Kurt Vonnegut (1922-2007) is one of the most beloved American writers of the twentieth century. Vonnegut's audience increased steadily since his first five pieces in the 1950s and grew from there. His 1968 novel Slaughterhouse-Five has become a canonic war novel with Joseph Heller's Catch-22 to form the truest and darkest of what came from World War II.

Vonnegut began his career as a science fiction writer, and his early novels--Player Piano and The Sirens of Titan--were categorized as such even as they appealed to an audience far beyond the reach of the category. In the 1960s, Vonnegut became closely associated with the Baby Boomer generation, a writer on that side, so to speak.

Now that Vonnegut's work has been studied as a large body of work, it has been more deeply understood and unified. There is a consistency to his satirical insight, humor and anger which makes his work so synergistic. It seems clear that the more of Vonnegut's work you read, the more it resonates and the more you wish to read. Scholars believe that Vonnegut's reputation (like Mark Twain's) will grow steadily through the decades as his work continues to increase in relevance and new connections are formed, new insights made.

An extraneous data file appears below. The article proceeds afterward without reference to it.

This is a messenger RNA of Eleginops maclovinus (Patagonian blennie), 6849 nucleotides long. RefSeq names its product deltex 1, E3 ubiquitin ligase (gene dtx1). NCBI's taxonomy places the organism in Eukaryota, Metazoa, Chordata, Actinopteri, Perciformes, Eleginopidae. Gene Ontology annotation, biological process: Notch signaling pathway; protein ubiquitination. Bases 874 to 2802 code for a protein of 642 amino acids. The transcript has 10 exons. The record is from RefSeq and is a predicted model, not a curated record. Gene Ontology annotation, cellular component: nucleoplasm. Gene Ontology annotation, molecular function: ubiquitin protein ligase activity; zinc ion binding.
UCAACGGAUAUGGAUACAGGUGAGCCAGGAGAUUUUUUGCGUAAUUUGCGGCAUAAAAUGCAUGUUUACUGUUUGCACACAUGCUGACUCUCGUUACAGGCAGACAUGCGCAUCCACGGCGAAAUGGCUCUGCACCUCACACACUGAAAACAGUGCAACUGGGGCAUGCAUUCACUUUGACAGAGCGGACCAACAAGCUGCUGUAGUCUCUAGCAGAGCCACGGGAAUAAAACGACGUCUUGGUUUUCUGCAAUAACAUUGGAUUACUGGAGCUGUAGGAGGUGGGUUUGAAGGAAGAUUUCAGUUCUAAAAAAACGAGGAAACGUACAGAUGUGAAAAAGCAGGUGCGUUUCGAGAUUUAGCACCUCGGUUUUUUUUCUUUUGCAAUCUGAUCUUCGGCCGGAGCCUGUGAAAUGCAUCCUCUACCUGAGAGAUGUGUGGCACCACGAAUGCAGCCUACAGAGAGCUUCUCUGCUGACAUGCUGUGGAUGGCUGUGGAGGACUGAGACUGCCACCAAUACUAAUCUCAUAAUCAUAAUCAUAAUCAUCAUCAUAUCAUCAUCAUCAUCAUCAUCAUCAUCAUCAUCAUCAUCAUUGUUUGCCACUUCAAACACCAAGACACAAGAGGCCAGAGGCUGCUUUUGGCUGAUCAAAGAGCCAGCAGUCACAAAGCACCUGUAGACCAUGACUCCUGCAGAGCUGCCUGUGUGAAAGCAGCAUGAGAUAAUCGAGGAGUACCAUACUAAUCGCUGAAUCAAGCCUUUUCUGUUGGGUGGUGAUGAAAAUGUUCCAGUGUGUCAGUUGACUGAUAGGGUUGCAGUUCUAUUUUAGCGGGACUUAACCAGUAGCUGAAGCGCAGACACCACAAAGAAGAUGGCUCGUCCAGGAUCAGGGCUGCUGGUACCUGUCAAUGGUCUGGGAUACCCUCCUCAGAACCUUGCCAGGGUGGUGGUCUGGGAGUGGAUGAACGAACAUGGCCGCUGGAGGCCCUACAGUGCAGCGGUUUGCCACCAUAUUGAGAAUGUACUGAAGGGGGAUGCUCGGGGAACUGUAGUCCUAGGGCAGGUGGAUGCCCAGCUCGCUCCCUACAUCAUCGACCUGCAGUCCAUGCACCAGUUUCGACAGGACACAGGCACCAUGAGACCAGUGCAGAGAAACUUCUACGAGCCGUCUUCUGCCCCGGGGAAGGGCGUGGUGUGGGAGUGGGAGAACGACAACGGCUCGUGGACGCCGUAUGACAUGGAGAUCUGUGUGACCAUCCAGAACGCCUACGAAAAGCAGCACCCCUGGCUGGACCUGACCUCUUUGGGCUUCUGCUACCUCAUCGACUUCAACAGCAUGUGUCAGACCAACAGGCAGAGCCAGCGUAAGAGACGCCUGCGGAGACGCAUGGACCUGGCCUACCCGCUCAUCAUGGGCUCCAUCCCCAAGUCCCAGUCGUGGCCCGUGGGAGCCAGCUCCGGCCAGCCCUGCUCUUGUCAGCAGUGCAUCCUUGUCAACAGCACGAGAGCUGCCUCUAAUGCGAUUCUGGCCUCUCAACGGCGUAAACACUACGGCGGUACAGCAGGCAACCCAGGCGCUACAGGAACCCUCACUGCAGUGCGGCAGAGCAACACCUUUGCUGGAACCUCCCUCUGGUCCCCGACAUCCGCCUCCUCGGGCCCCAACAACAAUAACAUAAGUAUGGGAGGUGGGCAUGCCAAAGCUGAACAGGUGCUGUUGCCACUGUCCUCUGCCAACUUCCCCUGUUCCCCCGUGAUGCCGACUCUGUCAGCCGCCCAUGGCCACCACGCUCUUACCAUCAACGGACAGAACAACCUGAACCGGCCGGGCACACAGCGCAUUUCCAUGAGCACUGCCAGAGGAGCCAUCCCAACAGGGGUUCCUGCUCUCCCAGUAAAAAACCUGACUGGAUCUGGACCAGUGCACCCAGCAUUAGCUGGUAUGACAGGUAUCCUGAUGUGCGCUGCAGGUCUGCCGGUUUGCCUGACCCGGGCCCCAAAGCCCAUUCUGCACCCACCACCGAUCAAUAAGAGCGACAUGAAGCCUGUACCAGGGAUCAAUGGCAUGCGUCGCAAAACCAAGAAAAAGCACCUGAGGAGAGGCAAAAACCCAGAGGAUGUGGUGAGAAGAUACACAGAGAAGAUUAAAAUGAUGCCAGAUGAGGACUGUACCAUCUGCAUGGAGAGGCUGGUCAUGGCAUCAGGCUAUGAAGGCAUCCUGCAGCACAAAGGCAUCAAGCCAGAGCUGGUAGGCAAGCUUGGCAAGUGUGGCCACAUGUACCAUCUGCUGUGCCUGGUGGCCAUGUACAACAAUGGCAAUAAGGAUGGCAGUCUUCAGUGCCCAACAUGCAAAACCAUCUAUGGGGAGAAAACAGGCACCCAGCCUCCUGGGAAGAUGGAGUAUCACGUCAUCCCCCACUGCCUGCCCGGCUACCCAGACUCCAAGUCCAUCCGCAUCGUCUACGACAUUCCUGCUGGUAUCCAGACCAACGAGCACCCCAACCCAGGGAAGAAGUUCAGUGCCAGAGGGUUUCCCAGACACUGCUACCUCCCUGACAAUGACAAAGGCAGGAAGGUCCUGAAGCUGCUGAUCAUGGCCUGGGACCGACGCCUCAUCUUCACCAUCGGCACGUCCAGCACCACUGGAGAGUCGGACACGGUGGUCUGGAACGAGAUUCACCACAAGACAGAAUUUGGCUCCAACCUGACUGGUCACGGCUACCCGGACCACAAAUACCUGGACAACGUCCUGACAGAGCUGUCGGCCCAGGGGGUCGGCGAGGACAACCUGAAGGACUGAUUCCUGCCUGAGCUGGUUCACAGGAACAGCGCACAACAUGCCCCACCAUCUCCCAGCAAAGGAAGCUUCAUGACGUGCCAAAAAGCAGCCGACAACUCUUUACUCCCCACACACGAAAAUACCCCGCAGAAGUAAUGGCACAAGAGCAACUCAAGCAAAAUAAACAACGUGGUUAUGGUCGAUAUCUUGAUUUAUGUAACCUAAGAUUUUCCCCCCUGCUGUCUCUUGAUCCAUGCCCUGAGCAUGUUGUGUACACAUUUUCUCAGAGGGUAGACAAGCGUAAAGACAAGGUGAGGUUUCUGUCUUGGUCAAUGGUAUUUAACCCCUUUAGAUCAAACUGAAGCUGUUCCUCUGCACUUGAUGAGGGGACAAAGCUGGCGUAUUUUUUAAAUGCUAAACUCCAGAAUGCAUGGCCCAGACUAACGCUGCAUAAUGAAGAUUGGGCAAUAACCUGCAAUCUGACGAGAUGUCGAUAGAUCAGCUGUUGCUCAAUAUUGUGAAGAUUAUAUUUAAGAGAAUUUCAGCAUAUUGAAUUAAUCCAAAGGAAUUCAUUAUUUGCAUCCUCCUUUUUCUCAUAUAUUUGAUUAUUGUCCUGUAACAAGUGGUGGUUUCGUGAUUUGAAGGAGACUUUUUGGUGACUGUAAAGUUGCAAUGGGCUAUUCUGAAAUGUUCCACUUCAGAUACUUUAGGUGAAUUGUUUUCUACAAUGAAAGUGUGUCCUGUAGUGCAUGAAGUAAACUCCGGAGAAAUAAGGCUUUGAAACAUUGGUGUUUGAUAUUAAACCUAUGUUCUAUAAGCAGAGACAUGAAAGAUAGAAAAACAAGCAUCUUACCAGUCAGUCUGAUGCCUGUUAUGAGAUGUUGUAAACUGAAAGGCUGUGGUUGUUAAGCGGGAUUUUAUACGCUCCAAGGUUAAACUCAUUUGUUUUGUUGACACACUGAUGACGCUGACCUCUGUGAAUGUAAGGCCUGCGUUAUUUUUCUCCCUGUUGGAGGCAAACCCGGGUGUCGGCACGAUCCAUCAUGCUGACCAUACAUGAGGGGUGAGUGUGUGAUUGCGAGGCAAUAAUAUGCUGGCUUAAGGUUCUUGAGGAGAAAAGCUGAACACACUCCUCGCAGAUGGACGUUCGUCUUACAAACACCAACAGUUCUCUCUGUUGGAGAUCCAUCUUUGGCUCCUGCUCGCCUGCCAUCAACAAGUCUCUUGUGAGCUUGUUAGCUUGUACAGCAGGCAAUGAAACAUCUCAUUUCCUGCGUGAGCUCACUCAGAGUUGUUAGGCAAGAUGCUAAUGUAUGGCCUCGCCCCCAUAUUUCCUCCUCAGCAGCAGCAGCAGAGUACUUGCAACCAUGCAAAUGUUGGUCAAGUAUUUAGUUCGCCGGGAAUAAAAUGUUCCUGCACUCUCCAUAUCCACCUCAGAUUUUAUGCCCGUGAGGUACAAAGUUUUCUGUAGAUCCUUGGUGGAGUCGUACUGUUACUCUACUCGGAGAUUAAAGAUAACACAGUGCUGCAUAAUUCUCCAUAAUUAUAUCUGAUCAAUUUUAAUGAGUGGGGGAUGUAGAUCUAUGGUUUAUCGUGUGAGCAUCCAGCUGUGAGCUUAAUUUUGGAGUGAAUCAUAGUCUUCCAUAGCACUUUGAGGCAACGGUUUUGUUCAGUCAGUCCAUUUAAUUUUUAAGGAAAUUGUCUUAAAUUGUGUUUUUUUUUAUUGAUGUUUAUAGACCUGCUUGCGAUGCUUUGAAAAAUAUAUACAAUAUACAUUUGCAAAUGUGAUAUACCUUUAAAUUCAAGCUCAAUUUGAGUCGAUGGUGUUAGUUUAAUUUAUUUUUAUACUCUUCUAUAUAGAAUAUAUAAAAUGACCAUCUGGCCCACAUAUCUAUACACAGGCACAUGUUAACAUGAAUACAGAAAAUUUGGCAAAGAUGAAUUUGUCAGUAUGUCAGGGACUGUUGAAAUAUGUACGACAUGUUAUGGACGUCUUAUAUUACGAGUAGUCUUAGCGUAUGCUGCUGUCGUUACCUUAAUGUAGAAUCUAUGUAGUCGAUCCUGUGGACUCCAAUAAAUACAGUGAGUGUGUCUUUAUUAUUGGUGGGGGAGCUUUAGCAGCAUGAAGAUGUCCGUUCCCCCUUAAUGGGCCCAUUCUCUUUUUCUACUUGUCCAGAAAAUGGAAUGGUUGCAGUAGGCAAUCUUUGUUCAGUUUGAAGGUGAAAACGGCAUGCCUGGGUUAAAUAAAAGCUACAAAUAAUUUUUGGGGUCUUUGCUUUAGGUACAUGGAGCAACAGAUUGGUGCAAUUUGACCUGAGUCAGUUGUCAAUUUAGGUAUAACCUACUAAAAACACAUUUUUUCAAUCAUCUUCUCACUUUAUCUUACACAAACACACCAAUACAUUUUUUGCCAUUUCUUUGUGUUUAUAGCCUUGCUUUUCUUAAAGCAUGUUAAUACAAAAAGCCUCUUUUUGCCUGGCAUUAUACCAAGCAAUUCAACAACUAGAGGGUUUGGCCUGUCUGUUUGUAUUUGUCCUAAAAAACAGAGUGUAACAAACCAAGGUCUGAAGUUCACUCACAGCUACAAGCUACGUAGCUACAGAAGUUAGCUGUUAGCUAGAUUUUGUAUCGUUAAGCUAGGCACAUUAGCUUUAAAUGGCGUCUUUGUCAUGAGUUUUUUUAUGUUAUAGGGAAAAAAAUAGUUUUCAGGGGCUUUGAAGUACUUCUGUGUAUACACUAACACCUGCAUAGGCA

Author Kurt Vonnegut is considered by most to be one of the most important writers of the twentieth century. His books Slaughterhouse-Five (named after Vonnegut's World War II POW experience) and Cat's Cradle are considered among his top works. RosettaBooks offers here a complete range of Vonnegut's work, including his first novel (Player Piano, 1952) for readers familiar with Vonnegut's work as well as newcomers.